Coalition Senators make the following additional comments to the Chair's
report into the effect of policy and process to limit and reduce red tape.
The Senate Select Committee on Red Tape's inquiry into the burden of
government regulation and red tape has highlighted the complexity of Australia's
regulatory landscape, with two key concerns being the sheer volume of complex
regulation, and the number of regulations that are being duplicated by agencies
across multiple levels of government.
This helps explain why the World Economic Forum's Global Competitiveness
Report ranks Australia 80 out of 137 nations for the burden of government
As noted in the Chair's report, the Institute of Public Affairs estimates
red tape costs the Australian economy $176 billion every year in forgone
economic output, which is equivalent to 11 per cent of Gross Domestic Product.
This is a staggering $19 300 for every Australian household.
This red tape burden falls disproportionately on small businesses and
entrepreneurs who, unlike big businesses, lack the legal and accounting
resources required for regulatory compliance. As a result, Australians are
becoming less entrepreneurial, with research by Canada's Fraser Institute finding
that Australia's small business entry rate had declined by 40 per cent between
2003–05 and 2012–14.
When the Coalition Government was elected it made a commitment to reduce
red tape by $1 billion annually. The Chair's report noted that four parliamentary
sitting days were set aside in 2014 and 2015 for cutting red tape. The
Government exceeded its target with $4.5 billion in red tape savings by
repealing over 10 000 legislative instruments and 3600 redundant statutes.
Since then, the Coalition Government's Regulatory Reform Agenda has cut
compliance costs for individuals, businesses, and community organisations by
removing a net $5.9 billion in red tape since being elected, as at 30 June
2017. The biggest single regulatory saving, worth $444 million, came from
abolishing the former Labor Government's Road Safety Remuneration Tribunal,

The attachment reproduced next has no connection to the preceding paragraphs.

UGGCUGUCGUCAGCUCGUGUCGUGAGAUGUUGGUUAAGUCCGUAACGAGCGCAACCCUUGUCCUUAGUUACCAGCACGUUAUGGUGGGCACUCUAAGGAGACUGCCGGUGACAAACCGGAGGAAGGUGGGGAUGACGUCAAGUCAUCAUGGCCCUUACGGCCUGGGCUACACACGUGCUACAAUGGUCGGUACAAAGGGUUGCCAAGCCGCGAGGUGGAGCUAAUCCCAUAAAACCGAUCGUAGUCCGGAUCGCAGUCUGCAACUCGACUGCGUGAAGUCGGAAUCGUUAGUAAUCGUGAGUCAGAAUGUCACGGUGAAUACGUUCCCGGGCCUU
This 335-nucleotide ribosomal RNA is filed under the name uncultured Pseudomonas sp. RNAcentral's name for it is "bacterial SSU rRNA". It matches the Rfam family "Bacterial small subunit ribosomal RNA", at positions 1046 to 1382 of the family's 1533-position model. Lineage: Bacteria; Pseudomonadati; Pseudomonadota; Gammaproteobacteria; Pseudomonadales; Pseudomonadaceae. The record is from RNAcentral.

cutting costs for thousands of owner-drivers operating as small family
New measures are now needed to continue reducing the burden of red tape.
One option is to adopt measures to remove the number of 'restrictive clauses'
in legislation (words like 'shall' and 'must'), instead of more general
measures such as the pages of legislation passed. Another is to institute a 'one
in, two out' rule for new regulations, which will ensure there is a gradual and
continual reduction in red tape over time. These were the approaches taken by
the provincial government of British Columbia, Canada, which has succeeded in
cutting red tape by 48 per cent since 2001.
Since 2017, the committee has conducted inquiries into the impact of red
tape in the following areas: the sale, supply and taxation of alcohol; tobacco
retail; environmental assessment and approvals; pharmacy rules; health
services; childcare; occupational licensing; and private education. The Chair's
Report has made numerous recommendations aimed at further reducing the burden
of excessive regulation and red tape.
Coalition Senators support the Government's Deregulation Agenda and
welcome new initiatives that will further reduce the burden of unnecessary
regulation and red tape.
Senator James Paterson
Senator for Victoria
Senator Slade Brockman
Senator for Western Australia
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